Everything about digital eye strain and computer vision syndrome
Computer vision syndrome, also known as digital eye strain, is the combination of eye and vision problems associated with the use of computers and other electronic devices. A research paper says that many individuals spend 10 or more hours per day viewing these displays.
Have you ever experienced any of the following, while working or being in front of a computer screen?
- difficulty in focusing
- neck pain
- sore, tired or burning eyes
- blurred or double vision
- watery or dry eyes
What causes eye strain and blurred vision?
The most common factors of Computer Vision Syndrome (CVS) or Digital Eye Strain are:
- Poor lighting
- Glare on a digital screen
- Improper viewing distances
- Poor seating posture
- Uncorrected vision problems
In many cases a combination of these factors is responsible for eye strain. This combination is even worse when you sit in front of a computer screen for a long time wearing contact lenses.
Medical News Today reports that studies have shown that when people are working on a computer, their rate of blinking goes down by two-thirds, which can result in dry, stinging eyes. This problem is exacerbated for contact lens wearers, who already tend to suffer from dry eyes, so doctors recommend the use of lubricating drops.
Statistics of Computer Vision Syndrome (CSV)
You should know that
- There are more than 10 million visits to eye doctors every year for CVS related problems
- If you spend more than 2 hours daily in front of the computer you have a 90% chance to develop CVS
- Without proper vision correction, worker productivity can decrease by as much as 20%
- Computer eye strain is the first computer-related complaint
- Workers in western countries spend at least 6 hours using a computer every day, which means 1548 hours a year
- To minimize the effect of computer-related eyes problems remember the 20–20–20 rule
- 16 new patients are treated each month by Ophthalmologists.
Effects of Computer Vision Syndrome (CSV)
- Eye fatigue + Tired Eyes: 64.95%
- Eye strain: 48.83%
- Headaches: 45.68%
- Neck / Shoulder pain: 44.0%
- Irritation of eyes: 37.5%
- Itching / Burning of eyes: 34.38%
- Back pain: 34.38%
- Blurry vision: 30.48%
- General fatigue: 25.58%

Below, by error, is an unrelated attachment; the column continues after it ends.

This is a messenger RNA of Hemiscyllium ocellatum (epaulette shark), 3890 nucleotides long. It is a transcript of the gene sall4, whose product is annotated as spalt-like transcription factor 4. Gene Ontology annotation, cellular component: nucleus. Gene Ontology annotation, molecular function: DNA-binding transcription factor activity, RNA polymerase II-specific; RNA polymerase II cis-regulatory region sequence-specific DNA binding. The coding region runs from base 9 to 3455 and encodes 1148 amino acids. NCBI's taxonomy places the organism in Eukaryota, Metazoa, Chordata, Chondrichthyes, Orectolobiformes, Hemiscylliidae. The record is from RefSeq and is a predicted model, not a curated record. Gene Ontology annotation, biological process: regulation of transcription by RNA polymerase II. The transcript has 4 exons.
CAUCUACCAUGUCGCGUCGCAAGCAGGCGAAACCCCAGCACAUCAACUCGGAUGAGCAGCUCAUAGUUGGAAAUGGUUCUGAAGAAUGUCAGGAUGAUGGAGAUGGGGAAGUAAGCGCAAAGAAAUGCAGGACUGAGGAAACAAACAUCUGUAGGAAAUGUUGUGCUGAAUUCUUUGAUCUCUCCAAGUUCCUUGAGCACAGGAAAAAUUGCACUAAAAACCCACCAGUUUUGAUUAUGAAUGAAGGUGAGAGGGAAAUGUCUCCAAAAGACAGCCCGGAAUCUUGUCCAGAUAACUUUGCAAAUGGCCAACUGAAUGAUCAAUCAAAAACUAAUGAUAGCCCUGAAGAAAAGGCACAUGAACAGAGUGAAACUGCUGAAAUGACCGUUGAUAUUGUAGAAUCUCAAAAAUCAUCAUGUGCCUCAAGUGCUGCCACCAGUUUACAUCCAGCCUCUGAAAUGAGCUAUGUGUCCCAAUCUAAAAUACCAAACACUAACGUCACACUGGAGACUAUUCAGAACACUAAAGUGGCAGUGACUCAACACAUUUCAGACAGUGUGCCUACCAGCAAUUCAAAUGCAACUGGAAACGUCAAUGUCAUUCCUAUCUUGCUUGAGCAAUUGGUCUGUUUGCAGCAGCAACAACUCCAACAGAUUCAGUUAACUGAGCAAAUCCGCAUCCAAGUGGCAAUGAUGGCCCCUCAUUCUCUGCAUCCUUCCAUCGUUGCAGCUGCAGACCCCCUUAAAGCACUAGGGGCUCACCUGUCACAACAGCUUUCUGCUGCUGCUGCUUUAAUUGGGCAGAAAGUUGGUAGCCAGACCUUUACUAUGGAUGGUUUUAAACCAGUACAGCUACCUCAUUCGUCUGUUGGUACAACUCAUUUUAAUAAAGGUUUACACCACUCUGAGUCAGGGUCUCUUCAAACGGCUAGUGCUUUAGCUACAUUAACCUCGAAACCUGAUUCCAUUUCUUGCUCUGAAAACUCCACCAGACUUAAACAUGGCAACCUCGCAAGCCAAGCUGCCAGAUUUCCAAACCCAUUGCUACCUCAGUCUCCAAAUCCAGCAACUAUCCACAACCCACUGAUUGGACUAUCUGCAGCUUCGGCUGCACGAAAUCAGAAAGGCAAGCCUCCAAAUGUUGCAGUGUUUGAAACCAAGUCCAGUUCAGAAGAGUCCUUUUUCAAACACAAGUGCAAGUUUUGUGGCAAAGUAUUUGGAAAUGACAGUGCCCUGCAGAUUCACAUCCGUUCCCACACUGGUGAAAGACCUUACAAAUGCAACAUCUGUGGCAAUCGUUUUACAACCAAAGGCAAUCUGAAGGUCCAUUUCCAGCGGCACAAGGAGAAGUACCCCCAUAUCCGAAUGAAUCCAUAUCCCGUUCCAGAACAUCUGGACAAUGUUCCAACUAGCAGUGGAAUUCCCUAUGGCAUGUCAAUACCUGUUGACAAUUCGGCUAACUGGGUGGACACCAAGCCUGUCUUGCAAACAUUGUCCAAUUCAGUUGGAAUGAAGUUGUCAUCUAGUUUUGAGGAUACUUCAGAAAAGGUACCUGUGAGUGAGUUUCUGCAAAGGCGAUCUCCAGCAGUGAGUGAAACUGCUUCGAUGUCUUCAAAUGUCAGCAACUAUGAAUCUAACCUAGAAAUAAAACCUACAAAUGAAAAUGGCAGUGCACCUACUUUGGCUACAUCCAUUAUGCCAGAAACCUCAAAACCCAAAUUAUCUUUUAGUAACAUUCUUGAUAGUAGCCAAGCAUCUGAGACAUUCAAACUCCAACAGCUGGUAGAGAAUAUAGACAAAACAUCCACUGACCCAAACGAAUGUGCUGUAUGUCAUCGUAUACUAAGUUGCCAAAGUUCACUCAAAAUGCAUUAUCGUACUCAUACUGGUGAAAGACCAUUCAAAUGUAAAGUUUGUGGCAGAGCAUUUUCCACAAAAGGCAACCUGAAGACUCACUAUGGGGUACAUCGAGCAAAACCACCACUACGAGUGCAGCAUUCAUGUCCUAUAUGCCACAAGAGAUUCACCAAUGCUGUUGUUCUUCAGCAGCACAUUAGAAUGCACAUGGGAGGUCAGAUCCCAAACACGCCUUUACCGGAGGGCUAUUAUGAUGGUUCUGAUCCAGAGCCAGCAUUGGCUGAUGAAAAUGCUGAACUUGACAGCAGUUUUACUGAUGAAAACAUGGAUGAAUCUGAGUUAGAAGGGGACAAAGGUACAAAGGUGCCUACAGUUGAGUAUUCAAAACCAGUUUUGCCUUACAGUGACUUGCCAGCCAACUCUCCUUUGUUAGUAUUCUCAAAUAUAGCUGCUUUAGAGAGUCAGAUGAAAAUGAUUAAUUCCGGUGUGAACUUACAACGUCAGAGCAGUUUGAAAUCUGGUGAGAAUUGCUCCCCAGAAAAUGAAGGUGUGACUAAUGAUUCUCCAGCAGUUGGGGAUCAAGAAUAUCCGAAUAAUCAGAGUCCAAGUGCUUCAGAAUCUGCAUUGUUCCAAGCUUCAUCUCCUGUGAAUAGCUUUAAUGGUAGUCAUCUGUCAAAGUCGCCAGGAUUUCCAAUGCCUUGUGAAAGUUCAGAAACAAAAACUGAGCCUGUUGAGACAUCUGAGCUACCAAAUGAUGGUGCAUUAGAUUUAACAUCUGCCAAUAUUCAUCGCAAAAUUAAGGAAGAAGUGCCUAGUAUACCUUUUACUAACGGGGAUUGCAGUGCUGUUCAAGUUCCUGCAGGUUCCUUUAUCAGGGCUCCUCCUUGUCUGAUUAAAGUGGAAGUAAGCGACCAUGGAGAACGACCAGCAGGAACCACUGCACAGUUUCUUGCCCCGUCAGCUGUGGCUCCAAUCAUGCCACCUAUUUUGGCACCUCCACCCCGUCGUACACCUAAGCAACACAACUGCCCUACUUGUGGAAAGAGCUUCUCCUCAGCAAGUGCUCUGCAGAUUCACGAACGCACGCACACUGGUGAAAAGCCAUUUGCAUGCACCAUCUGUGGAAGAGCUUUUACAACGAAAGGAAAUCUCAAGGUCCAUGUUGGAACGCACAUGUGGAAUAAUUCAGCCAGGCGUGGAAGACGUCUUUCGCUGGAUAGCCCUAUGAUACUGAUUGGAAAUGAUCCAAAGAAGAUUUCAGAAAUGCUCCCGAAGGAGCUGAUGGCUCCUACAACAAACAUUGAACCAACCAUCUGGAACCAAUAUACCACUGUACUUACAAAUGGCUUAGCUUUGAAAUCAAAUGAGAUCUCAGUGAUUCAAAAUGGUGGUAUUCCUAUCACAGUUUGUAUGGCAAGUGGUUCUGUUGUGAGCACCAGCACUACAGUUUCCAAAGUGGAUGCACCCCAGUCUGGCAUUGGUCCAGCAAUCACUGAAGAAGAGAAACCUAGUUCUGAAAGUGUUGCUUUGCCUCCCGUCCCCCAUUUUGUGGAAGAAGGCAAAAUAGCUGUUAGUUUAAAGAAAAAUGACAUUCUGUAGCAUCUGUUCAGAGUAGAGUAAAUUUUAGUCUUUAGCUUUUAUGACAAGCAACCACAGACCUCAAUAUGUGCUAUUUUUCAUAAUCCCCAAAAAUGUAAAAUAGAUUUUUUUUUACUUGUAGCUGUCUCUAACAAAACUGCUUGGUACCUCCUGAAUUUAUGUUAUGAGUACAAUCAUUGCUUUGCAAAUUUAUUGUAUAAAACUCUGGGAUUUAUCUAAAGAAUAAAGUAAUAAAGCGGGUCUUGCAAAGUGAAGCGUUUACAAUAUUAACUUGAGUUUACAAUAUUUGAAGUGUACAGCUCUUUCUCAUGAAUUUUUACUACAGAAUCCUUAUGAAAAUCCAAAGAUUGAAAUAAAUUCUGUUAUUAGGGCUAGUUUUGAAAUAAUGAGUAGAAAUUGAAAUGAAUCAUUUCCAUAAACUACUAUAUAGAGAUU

- Tension: 25.16%
- Arm / Wrist / Shoulder pain: 25.0%
- Tearing: 14.78%
Which glasses and contact lenses help decrease computer vision syndrome?
In recent years, the manufacturers of glasses and contact lenses have reacted noticeably to the problems of tired eyes caused by blue light. Various lens coatings now help effectively in coping with the problems generated by office life and the constant flickering of digital screens. Here are the most important products:
- Computer glasses: Computer (or blue-cut) glasses have a blue filter technology on their lenses that filters the excessive amount of blue light from the screen. These glasses have been proven to reduce eye strain and fatigue, increase visual comfort, improve colour contrast and help focus throughout the day. Blue light glasses also have a consequential positive effect on the quality of sleep at night.
- Contact lenses with blue filter: The Acuvue Oasys with transitions are two-weekly lenses that automatically adapt to changing light conditions. The integrated Transitions Light Intelligent Technology quickly and easily reduces the stress on the eyes from internal and external light. This includes protection against blue light emitted by computers and smartphones since the technology includes a blue light and UV filter!
Take a look at our infographic to understand better how computer glasses and blue filter contact lenses work.
You can see on the colour scale that blue light is no longer visible to our eyes because it is outside our visible spectrum. At the bottom left you can see that blue light can enter the eyes unhindered without computer glasses or contact lenses, while the graphic on the right shows how the harmful blue light is filtered out.
Here are 5 tips against eye strain and computer vision syndrome
Keep the correct distance.As with driving – keeping a safe distance is the best practice. For example, when reading (on your computer, phone or tablet), make sure the text is always at least 30–40 cm away.
Proper lighting.When focusing on an object, try to position the light correctly and avoid creating shadows, as these can tire the vision. You can also adjust the brightness and contrast of a computer or TV screen to your personal taste.
The 20–20–20 rule.Every 20 minutes, take a 20 second break and look 20 feet away. The best practice is to have at least two short breaks per hour (30 to 60 seconds is enough). Every two hours take a 15 minutes break.
New examinationYour vision performance is constantly changing and it may be that the glasses or contact lenses you are wearing are no longer suitable. Take a new exam, you may need different grades or a different kind of contacts.
Get back down to Earth.Tension and abnormal posture can have a negative impact on your vision, but even most importantly on your body. Make sure your feet always touch the floor.
It is not difficult to follow these simple rules. These tips can be applied anytime, anywhere. And no matter how old you are – they will help you when reading your favourite book or sitting in front of a computer screen.Sources: